Tina Harnois will
serve year in jail By David Lias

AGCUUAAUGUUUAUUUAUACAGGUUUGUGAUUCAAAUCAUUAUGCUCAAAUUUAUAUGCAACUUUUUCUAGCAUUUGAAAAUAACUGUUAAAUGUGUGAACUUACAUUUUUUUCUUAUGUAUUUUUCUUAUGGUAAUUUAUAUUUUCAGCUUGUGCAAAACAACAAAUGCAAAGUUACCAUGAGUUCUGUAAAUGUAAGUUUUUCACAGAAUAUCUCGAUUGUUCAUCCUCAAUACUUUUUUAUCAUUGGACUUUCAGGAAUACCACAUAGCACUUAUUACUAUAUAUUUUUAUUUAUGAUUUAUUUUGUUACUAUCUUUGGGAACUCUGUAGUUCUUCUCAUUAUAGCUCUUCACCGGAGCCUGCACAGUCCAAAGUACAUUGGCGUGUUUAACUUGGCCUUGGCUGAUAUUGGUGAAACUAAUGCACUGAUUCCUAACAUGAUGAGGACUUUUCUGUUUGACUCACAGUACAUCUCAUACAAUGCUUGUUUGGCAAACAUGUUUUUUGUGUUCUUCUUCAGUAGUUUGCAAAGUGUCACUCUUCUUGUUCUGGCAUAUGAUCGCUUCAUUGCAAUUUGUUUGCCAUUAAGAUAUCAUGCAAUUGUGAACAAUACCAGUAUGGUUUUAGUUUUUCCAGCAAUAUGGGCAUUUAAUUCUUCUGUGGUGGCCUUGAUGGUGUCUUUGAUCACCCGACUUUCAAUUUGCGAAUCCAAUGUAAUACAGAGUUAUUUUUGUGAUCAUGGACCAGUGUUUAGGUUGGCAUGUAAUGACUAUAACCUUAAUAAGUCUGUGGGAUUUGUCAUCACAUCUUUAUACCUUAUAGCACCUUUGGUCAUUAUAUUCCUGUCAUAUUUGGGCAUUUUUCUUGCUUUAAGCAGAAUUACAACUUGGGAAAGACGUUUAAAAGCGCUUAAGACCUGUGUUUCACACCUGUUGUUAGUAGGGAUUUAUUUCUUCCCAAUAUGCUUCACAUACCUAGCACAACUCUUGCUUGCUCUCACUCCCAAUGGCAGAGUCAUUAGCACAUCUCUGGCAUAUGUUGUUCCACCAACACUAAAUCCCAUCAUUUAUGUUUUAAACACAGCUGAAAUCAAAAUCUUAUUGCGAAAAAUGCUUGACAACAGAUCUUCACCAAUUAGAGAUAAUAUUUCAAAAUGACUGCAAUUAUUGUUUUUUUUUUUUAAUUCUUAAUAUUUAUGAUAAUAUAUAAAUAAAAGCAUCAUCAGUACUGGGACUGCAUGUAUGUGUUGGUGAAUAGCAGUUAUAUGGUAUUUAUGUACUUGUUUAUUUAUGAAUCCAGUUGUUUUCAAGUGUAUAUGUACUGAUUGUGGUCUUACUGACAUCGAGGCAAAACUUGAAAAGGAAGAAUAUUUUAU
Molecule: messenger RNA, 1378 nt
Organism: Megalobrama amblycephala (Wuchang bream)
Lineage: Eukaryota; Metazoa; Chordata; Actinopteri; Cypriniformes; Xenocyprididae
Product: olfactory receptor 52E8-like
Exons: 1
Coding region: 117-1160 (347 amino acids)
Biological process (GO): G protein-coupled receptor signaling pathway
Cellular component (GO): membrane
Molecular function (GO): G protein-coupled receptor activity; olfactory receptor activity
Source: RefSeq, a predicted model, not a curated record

Plain Talk Tina Harnois, 41, the former program manager of the Vermillion Chamber of Commerce and Development Company (VCDC), was sentenced to serve a total of one year in the South Dakota State Penitentiary Aug. 8 by Circuit Court Judge Arthur Rusch. Harnois had pleaded guilty to one count of forgery and one count of grand theft last May to avoid a jury trial. Rusch sentenced her to a five year penitentiary term on the forgery charge, with four years suspended. Harnois was also ordered to serve a 10 year sentence on the grand theft charge, with nine years suspended. Conditions of the suspended sentences include: â�?¢ Being placed on probation for four years for the forgery charge and nine years for the grand theft charge. â�?¢ Making restitution to the VCDC in the amount of $27,788.31 less whatever amount the VCDC is able to recover from their bonding company. â�?¢ Awarding a civil judgement to the VCDC against Harnois in the sum of $15,794 covering the cost of the audit necessary to determine the amount which was stolen. â�?¢ Repaying the state of South Dakota costs of prosecution totaling $64.30 for transcripts and $100 for a computer download. Harnois avoided a jury trial by agreeing May 16 to enter guilty pleas to two of a long list of charges. Harnois was indicted by a Clay County grand jury in early January of 28 counts of forgery and one count of grand theft. She pleaded not guilty to those charges before Rusch in mid-February. Her jury trial was scheduled to begin May 19. Harnois' attorney, Lee McCahren, and State's Attorney Teddi Gertsma agreed that in exchange for Harnois' guilty plea to two counts in her grand jury indictment, the remaining 27 counts would be dropped. Harnois agreed to waive her right to a jury trial by pleading guilty to a forgery count in the indictment. This counts states that on or about Dec. 1, 2006, Harnois committed forgery by writing a check to her daughter, Michelle Harnois, in the amount of $825 on the Vermillion Area Chamber of Commerce and Development Company's (VCDC's) checking account. Harnois told Rusch in May that she, not her daughter, cashed the check and kept the funds. She also said she had no authority to write the check. She also pleaded guilty to grand theft. Between November 2006 and November 2007, Harnois committed grand theft by taking over $1,000 belonging to the VCDC. "That came about because I took liberties â�?¦ and took amounts of money out of petty cash over $1,000," she told Rusch last May. Harnois was taken into custody by local police on Jan. 8 and remained free on $10,000 bond, after depositing 10 percent of that amount, or $1,000, with the Clay County clerk of courts. Her indictment came after an investigation by Vermillion police in November 2007, when the VCDC board of directors discovered financial discrepancies. Harnois forged 28 checks on the VCDC's checking account between Nov. 1, 2006, and Nov. 2, 2007. Thirteen of the checks were written to her, according to the indictment. Others were written to individuals or businesses. According to a Jan. 10 Vermillion Police Department press release, the total amount stolen was $27,788.31. Forgery is a Class 5 felony, punishable by a maximum sentence of five years in the state penitentiary and a $10,000 fine. The grand theft charge is a more serious Class 4 felony, with a maximum possible sentence of 10 years in prison and a $20,000 fine. Rusch included the following additional conditions in Harnois' reduced penitentiary terms: â�?¢ She shall be under the supervision of the chief court service officer of the Board of Pardons and Paroles. â�?¢ She shall obey all federal, state and local laws. â�?¢ She shall not consume any alcoholic beverages of any kind, or use or possess any controlled drugs or substances. She also shall submit to urinalysis, breath or blood testing at any time requested. â�?¢ She shall pay all fines and restitution ordered by the court. â�?¢ She shall avail herself of all drug, alcohol and gambling treatment available while incarcerated. She shall continue all recommended aftercare upon her release. â�?¢ She shall be subject to random search and seizure by her probation or parole officer, or any law enforcement officer, upon reasonable suspicion that she is violating any provision of her sentence. â�?¢ Unless attending an approved educational or training program, she must work regularly to support her dependents to the best of her ability. â�?¢ She shall not participate in any form of gambling of any kind.
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